Violin Sonata CFF.123
One of the later works that Cesar Franck wrote is his violin sonata. This piece, that was well received at his time became one of the most performed pieces and is a highlight for any violin-piano duo to play. It got such a great popularity that many other instruments, such as the Flute, saxophone, cello, piano solo, 4 hands and even the Double-Bass adapted this piece for their instrument.
The piece, as said before in the biography of Franck, is a perfect example of the cyclic form in which one theme is dominating, or inspiring the rest of the whole works, including other movements. In this piece, it is the main theme in the first movement that is the inspiration of the sonata. It is something that the French call: 'Theme Generateur'. Though not original for himself, Franck is seen as one of the composers that perfected the cyclic form.
Written for the great violinist Eugene Ysaye, who premiered it as well, it was intended as Ysaye's wedding-present. During the wedding itself, it was performed from the autograph. Ysaye was very honored and happy with the work and promised to Franck, in a letter, 'to make the piece known and perform it everywhere' (Cesar Franck, Correspondence P.164)
The first movement is written in an Allegretto. Originally it was intended to be an Adagio but Ysaye suggested to the composer to change the tempo. One of the key elements in this movement is the way Franck has written the chromatism and the modulations. Both parts are highly intricate and the piano-part should not be seen as the main line even though the part is written very virtuoso and difficult.
The second movement, which is an Allegro, is of a very big contrast with the first movement, which is rather peaceful in character. This is a turbulent piece which got an infamous reputation among pianists for its difficulty. Though there are quite some differences in tempo-markings, the character of the piece remains relatively the same.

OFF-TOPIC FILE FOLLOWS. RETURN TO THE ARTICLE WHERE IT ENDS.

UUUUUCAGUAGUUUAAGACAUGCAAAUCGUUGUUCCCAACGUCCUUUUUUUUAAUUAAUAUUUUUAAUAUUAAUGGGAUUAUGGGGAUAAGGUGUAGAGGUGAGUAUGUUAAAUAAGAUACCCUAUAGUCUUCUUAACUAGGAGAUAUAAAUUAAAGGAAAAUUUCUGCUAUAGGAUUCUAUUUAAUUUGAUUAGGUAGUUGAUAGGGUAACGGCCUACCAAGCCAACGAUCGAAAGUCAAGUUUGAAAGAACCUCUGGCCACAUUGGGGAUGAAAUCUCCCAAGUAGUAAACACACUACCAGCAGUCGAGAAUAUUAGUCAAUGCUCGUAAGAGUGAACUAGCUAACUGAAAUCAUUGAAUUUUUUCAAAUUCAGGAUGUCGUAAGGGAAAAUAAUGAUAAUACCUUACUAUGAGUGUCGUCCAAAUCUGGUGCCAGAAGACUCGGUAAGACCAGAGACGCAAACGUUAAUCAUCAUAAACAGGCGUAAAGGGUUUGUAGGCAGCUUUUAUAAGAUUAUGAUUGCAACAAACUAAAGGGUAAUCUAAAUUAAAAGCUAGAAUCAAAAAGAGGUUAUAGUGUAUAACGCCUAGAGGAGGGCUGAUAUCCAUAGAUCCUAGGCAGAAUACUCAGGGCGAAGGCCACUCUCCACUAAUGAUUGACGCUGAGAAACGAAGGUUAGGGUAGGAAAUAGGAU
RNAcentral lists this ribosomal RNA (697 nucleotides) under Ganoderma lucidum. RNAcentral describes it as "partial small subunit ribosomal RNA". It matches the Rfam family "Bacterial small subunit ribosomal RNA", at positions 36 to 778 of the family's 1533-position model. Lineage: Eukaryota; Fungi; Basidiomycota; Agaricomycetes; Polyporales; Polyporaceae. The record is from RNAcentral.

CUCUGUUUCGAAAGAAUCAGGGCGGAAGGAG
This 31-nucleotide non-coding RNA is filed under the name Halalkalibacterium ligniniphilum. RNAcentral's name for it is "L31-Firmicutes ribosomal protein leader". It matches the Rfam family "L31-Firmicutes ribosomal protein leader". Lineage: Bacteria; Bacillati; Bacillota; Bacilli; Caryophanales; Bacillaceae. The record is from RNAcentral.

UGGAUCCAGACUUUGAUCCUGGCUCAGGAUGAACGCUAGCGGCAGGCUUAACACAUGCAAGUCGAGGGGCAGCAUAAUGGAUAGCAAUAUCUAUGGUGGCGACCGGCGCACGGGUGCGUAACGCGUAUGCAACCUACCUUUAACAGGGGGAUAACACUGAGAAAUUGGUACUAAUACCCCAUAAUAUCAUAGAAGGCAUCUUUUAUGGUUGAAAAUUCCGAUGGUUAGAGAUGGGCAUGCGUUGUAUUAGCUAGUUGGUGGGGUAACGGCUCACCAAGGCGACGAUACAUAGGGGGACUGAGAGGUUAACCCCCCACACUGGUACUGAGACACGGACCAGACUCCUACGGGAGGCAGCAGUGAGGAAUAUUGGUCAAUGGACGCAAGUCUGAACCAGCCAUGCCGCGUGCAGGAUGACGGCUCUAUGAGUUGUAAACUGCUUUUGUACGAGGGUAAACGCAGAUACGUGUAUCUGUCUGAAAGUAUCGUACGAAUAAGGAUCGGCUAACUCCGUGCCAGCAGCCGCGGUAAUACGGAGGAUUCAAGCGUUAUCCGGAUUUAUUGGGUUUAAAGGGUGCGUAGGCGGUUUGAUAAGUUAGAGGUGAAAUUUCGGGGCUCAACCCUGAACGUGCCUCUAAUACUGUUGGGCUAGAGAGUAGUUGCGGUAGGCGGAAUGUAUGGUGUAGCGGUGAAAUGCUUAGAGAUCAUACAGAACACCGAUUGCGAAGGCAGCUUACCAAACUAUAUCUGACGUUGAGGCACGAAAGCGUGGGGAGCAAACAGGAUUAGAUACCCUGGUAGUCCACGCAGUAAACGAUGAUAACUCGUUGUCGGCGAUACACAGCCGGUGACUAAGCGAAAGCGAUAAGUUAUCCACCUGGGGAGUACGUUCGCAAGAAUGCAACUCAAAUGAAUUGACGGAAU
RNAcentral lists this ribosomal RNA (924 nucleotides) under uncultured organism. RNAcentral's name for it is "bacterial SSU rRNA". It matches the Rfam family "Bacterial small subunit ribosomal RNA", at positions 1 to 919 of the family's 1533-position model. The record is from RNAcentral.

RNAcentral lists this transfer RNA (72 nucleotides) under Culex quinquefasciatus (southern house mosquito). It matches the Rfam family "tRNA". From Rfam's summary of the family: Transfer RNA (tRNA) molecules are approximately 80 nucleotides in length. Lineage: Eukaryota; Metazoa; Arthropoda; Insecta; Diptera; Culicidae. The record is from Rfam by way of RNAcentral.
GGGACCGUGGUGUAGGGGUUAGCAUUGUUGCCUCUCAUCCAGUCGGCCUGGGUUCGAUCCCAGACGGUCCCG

The third movement which is a 'Recitativo-Fantasia' separates the instruments in the beginning. The melody in the right-hand, for the piano, hints back to the second movement with the intervals. The violin starts the real recitativo with a cadenza. After the first cadenza of the violin, the theme of the first movement comes back in the piano-part, which is one of the parts that the cyclic form in this sonata is so famous for. After the Fantasia part finishes, the 'A-tempo. Ben Moderato' brings us to a contrasting part which hints towards a divine character. The accompaniment of the triplets in the piano-part goes back to the beginning of the cadenza of the violin with the triplets. The major change comes in the Accelerando (bar.69) when the music becomes very intense and shows both instruments in their best way, low piano and high violin. The movement concludes with a remembrance of the Molto-Lento in the beginning.
The fourth movement is a gracious movement that was very inspired by the religious music of for example Bach. It is written in a canonic style and the piano-part, which has many different voices, hint toward the organ-style playing. This movement has, in general, a stable metre which gets broken from bar.99 where it starts to become more restless and builds towards the dramatic re-occurance of the theme from the third movement. When one thinks that the climax is reached, Franck modulates to the major key (C) which gives an even bigger grandeur. From this climax, he makes a diminuendo which results back in the main theme of this movement. The movement ends with a Coda, with thematic material that was used before in this movement.